Nearing its 20th anniversary, Trek reimagines its legacy Madone

It’s a funny thing how some random, little-known, and relatively short French mountain road can be thrusted into cycling history as much as the Col de la Madone has been. The story is well-told. Though the road had been there for years, it wasn’t until Lance Armstrong discovered it and convinced Trek to name his new bike in its honor, as it was his own personal training ride that proved he was in winning shape for the 2003 Tour de France.

Of course, despite what the record books say, the Trek Madone enjoyed repeated wins in the Tour de France, and in the years since riders like Lance and George Hincapie raced the bike, the Madone has carried on its winning ways under a variety of guises and great riders. 

For the 2022 Tour de France, Trek unveiled what is likely its most radical version of the Madone ever. Gone is the IsoSpeed suspension and the blocky, Transformer-like frame shape of old with something called IsoFlow, which brings a wild-looking aero development to the frame.   

To start, what we have here is a roll-out of a new bike having never ridden one, nor seen one up close. Unlike days of old when a big bike brand (like Trek) would launch a new bike by either hosting an official riding camp or at least sending journos bikes to ride at home, Trek’s launch of the Madone Gen 7 consisted of an initial Zoom meeting followed by a photo drop. Welcome to the age of virtual bike launches! So, what we have here is Trek-supplied information and analysis based on that.  


By combining refined Kammtail shaping for the frame tubes with the new SLR handlebar/stem combo, Trek claims a 19-watt energy savings or 60-seconds-per-hour faster than the previous generation (measured at 45 km/h). Trek said that of those 19 watts saved, 9.3 watts come from the bike itself and 9.7 watts are derived from a position change of the rider thanks to the new handlebar/stem.

There will be six Madone models available ranging in price from $8000 to $13,200, and yes, unfortunately for anyone living in yesteryear, the bikes are dedicated to both electronic drivetrains and disc brakes. In fact, in another tip to modernity, the front derailleur can also be removed for anyone looking for the added aero benefit of running a 1x drivetrain.  

Trek claims that between the frame redesign and the new one-piece handlebar/stem combo that the overall package has shed some 300 grams. The frames, we’re told, weigh “just shy of 1000 grams.” The frames have room for 28mm tires which isn’t saying much given the wider industry embrace of road frames with tire clearance for up to 35mm rubber.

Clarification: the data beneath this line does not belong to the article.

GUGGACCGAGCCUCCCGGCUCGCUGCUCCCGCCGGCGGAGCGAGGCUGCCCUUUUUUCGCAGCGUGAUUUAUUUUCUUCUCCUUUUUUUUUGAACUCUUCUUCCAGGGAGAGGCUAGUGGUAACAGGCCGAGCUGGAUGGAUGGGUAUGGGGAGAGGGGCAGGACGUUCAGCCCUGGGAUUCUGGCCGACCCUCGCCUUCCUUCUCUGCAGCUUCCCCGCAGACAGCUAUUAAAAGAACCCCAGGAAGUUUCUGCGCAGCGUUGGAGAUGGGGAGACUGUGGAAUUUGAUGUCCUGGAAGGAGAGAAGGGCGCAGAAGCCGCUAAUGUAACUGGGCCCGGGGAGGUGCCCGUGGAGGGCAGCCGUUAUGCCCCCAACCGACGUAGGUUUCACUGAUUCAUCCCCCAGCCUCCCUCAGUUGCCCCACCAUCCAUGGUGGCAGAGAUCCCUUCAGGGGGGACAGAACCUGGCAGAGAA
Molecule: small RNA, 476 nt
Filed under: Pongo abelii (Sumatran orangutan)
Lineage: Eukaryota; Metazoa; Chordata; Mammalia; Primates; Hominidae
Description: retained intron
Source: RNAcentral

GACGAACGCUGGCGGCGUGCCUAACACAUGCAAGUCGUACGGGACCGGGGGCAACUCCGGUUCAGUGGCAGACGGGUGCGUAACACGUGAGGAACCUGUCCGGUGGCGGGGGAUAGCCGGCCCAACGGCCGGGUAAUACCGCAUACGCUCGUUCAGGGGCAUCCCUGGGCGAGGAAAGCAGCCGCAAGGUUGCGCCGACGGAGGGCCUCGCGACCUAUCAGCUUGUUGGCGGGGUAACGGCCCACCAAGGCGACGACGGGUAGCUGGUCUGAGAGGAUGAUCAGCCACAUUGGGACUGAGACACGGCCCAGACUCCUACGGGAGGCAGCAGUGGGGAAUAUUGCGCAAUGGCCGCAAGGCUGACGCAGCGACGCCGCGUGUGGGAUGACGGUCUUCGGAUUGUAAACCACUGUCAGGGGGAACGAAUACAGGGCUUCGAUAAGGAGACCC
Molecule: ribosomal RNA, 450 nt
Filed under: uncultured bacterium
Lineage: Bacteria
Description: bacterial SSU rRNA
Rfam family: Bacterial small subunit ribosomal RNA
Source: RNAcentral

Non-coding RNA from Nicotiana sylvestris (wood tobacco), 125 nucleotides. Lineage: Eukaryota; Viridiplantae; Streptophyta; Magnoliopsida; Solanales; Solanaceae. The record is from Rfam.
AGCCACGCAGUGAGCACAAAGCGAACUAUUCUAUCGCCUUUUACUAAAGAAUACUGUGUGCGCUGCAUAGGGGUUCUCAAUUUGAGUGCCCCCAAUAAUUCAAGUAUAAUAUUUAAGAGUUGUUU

Beyond the frame, Trek was also touting the new aero SLR handlebar/stem, which combines a 3cm flare and shorter 80mm reach to mimic the current pro-level trend of running a narrower width for improved aerodynamics. True as that may be, we would add a note of caution here: With the new shape, a 42cm-wide handlebar will now be a 42cm in the drops and 39cm in the hoods, which Trek claims reduces rider drag to allow for powerful sprints. While that’s all well and good for riders who regularly rely on powerful sprints, given that any rider’s chosen ergos are entirely subjective, the flared shape might be worth considering. 

Trek has its own frame/handlebar-size metric (47cm: 38×80mm; 50 and 52: 40×90mm; 54: 42×90mm; 56 and 58: 42×100mm; 60 and 62: 44×110mm), which may or may not work for every rider. To their credit, Trek has recognized that not everyone will opt for their integrated design, so they’ve devised a different bearing cover for the headset to allow any standard road stem to be used. Bravo! 


Over the years we have consistently seen a wide variety of bicycle frames seeking to reinterpret the classic double-triangle frame design of old. There is no taking away that just visually alone, the IsoFlow frame design is one of the most radical interpretations of what a modern, pro-level frame should look like. 

According to Trek, the IsoFlow frame design is a “first-of-its-kind seat-tube technology that flexes over bumps for a smoother ride, improves aerodynamics and shaves weight to save precious seconds in the saddle.” Putting aside the “first-of-its -kind” claim for the moment, the concept and supposed ride-quality features of the cantilevered seat-post remain intriguing.  

In discussing the level of compliance with the IsoFlow design, a Trek engineer did admit that with IsoFlow “We do take out a little bit of the comfort” when compared to the mechanical compliance (or “comfort”) provided by the now-abandoned IsoSpeed system. In comparing new versus old, Trek said that the Gen 7’s ride is comparable to the compliance offered by the IsoSpeed in its firmest setting.

Although Trek wasn’t saying anything about test-bike availability, they did say that bike should be arriving at dealers by the time you’re reading this. And, it was within days of the bike dropping at the start of the Tour de France that Trek-Segafredo rider Mads Pedersen used his Madone to win Stage 13. ν 


• Six models to choose from

• 300-gram weight savings over the previous Gen 6 version

• Five colorways (Project One options to come)

• 28mm max tire size

• Electronic drivetrain dedicated

• 14 different-length/-width handlebar/stem options

• 3mm flare to one-piece Bontrager handlebar

• Removable front derailleur hanger

• T47 bottom bracket

• (Claimed) Frame weight is “sub-1000 grams”

• Two different-length seatposts with two different setbacks

• H1.5 geometry

Trek Madone SLR Pricing

Madone SLR 6: $7,999.99 

Madone SLR 6 eTap: $8,399.99 

Madone SLR 7: $9,049.99 

Madone SLR 7 eTap: $9,699.99 

Madone SLR 9: $12,749.99 

Madone SLR 9 eTap: $13,199.99 

Madone SLR Disc frameset: $4,599.99


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